Just a quick post about the Space Shuttle Discovery.
At 5:12am PDT this morning, Discovery touched down. Like many across the country, I was worried about potential problems that may arise with re-entry. Considering the numerous problems that have come to light since Columbia’s disaster 2½ years ago, the successful landing at Edwards Air Force Base this morning was a borderline miracle. Thankfully, unlike the sick joke that made its rounds after the Challenger accident in 1986, NASA does NOT mean Need Another Seven Astronauts.
I remember being in school in late January of 1986 when the Space Shuttle Challenger exploded mid-flight killing the first seven astronauts. Prior to launch, it was a momentous occasion with the addition of teacher Christa McAuliffe as part of the crew. I was in sixth grade at the time. I remember our teacher bringing a TV into the classroom and watching replay after horrifying replay the destruction of what was then heralded as one of our most innovative accomplishments of the NASA space program. The image of the fireball that erupted 73 seconds into launch is burned into my memory forever.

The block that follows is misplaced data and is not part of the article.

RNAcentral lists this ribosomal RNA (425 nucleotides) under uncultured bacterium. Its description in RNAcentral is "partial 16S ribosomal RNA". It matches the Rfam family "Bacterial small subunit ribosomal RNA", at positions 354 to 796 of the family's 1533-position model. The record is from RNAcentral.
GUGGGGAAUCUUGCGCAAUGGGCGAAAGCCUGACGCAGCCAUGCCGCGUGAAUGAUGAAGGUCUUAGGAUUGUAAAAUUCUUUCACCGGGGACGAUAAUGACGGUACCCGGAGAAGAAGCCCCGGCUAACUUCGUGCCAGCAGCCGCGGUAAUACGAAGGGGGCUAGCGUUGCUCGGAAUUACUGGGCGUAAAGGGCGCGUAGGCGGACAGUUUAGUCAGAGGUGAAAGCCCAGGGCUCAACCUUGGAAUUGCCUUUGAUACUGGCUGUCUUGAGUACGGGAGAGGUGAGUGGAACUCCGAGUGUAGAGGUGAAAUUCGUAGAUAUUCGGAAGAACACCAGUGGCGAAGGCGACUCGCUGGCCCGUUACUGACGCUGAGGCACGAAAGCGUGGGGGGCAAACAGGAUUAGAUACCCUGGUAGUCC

I also remember watching the devastating Columbia tragedy on February 1st, 2003. I was at work monitoring our computer network on our screen wall when the images of Columbia’s disastrous re-entry were, again, replayed ad infinitum on CNN. The subsequent grounding of the Space Shuttle program was supposed to facilitate massive changes to program as a whole. Many changes were made, but I wonder if it’s not time for a near-complete redesign of the Shuttle orbiter. One would think, with the advances in technology since the first shuttle was launched in April of 1981, that we could resolve the lingering issues surrounding an aging fleet of Space Shuttles.
With all that said, however, I’d like to give three cheers to the crew of Discovery and the NASA engineers on the ground who guided the crew’s repairs in space. Let’s hope that more scrutiny is placed on the space program and its much needed revamping.